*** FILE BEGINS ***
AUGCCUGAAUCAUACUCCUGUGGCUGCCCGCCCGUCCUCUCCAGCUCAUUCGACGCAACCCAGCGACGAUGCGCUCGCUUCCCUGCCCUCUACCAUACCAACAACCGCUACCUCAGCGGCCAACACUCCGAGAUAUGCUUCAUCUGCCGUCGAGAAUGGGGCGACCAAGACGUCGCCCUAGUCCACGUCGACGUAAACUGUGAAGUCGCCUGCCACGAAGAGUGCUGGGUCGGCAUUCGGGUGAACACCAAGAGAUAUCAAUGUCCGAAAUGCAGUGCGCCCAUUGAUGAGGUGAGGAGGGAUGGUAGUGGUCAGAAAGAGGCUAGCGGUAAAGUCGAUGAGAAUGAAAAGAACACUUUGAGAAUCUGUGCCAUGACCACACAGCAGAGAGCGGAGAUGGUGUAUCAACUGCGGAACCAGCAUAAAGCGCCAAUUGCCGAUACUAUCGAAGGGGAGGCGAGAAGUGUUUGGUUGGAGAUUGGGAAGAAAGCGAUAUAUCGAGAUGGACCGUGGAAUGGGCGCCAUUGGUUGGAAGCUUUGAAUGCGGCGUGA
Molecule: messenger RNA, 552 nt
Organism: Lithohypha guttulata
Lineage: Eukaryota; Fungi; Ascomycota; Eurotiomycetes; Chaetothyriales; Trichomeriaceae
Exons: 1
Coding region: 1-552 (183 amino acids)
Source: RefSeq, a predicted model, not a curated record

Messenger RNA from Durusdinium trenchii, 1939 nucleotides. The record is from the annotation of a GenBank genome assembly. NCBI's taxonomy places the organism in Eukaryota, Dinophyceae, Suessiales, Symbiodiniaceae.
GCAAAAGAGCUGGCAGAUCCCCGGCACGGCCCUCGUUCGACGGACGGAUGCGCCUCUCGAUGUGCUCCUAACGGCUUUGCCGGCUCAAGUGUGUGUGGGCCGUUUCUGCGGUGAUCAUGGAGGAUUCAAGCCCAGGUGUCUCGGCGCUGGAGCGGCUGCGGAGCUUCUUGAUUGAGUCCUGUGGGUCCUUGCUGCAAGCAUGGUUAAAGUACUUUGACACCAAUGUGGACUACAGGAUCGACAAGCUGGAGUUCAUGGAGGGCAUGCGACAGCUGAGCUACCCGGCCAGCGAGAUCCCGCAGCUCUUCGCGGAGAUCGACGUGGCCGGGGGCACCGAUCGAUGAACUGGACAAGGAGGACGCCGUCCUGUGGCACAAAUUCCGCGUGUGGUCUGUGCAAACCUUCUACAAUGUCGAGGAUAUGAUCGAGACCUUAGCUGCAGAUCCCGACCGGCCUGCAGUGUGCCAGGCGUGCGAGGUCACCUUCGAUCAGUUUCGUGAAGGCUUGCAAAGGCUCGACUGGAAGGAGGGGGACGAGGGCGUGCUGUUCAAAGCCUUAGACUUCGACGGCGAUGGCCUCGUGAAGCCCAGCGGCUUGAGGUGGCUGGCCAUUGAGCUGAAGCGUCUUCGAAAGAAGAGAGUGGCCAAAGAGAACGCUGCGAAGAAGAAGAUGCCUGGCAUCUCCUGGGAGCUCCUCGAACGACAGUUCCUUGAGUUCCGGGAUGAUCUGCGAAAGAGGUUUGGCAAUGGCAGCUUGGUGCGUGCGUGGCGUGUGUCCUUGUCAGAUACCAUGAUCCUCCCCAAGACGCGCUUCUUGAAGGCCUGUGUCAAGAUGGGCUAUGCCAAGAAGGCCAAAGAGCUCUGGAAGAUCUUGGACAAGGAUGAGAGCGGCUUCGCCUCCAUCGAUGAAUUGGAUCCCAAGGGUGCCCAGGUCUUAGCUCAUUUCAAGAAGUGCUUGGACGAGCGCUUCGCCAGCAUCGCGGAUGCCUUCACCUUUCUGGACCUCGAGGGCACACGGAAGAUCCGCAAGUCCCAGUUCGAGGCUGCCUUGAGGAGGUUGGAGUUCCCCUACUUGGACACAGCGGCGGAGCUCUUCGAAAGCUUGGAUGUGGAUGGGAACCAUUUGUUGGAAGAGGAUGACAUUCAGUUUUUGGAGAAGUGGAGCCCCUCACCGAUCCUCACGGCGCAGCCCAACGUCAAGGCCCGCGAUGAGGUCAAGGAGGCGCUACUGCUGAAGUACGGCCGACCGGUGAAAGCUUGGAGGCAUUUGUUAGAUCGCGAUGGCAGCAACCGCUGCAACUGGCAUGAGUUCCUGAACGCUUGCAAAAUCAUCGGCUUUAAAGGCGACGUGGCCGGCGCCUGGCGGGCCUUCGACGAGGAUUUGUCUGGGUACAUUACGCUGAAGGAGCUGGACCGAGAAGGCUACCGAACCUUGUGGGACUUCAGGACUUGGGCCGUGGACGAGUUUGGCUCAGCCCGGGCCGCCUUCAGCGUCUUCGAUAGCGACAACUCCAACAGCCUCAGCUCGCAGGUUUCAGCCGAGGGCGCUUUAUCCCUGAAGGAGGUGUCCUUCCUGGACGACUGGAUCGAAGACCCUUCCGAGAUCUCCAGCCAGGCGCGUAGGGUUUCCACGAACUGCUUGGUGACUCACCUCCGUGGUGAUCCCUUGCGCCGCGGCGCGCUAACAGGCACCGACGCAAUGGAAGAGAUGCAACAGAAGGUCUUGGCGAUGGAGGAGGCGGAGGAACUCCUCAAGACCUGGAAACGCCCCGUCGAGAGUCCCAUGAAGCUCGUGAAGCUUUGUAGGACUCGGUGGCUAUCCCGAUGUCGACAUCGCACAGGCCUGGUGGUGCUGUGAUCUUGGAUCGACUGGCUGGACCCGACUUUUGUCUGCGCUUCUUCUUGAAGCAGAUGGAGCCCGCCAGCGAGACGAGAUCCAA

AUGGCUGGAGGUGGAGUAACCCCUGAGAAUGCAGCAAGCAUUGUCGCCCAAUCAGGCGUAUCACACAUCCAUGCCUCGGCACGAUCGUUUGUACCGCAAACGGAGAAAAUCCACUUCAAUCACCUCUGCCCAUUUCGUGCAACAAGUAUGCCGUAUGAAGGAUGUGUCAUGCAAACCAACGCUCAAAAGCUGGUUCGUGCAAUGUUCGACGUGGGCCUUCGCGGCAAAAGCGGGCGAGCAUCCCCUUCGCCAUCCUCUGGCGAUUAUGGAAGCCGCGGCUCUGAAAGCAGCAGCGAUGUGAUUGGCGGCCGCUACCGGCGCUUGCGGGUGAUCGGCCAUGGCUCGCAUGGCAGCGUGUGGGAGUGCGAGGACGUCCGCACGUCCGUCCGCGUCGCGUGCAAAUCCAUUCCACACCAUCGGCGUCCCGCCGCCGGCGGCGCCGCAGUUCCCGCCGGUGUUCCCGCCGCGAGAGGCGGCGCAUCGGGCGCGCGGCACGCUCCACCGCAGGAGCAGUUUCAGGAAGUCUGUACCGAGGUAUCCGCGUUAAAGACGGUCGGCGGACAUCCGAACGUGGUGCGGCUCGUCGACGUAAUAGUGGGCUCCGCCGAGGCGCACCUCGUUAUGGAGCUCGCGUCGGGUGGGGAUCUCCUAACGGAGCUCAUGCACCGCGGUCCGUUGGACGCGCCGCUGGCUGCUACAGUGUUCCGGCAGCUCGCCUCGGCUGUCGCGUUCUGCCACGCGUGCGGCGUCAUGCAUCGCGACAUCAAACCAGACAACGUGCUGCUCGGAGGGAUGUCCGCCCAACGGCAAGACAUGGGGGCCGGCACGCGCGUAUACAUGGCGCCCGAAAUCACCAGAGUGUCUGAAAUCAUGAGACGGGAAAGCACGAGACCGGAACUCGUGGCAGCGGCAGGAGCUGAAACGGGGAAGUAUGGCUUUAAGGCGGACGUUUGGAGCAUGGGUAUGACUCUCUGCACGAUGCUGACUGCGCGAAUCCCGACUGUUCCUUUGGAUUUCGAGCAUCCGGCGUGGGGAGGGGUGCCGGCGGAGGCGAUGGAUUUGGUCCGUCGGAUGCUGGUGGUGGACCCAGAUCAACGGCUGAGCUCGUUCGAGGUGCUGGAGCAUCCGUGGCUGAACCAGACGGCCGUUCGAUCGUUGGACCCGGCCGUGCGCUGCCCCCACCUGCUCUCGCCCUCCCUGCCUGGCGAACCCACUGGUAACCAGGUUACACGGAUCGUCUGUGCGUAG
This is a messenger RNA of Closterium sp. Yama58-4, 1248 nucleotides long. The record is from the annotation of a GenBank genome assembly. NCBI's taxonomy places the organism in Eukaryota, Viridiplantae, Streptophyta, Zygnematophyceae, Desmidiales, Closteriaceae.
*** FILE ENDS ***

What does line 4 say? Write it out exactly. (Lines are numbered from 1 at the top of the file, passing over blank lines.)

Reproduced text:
Lineage: Eukaryota; Fungi; Ascomycota; Eurotiomycetes; Chaetothyriales; Trichomeriaceae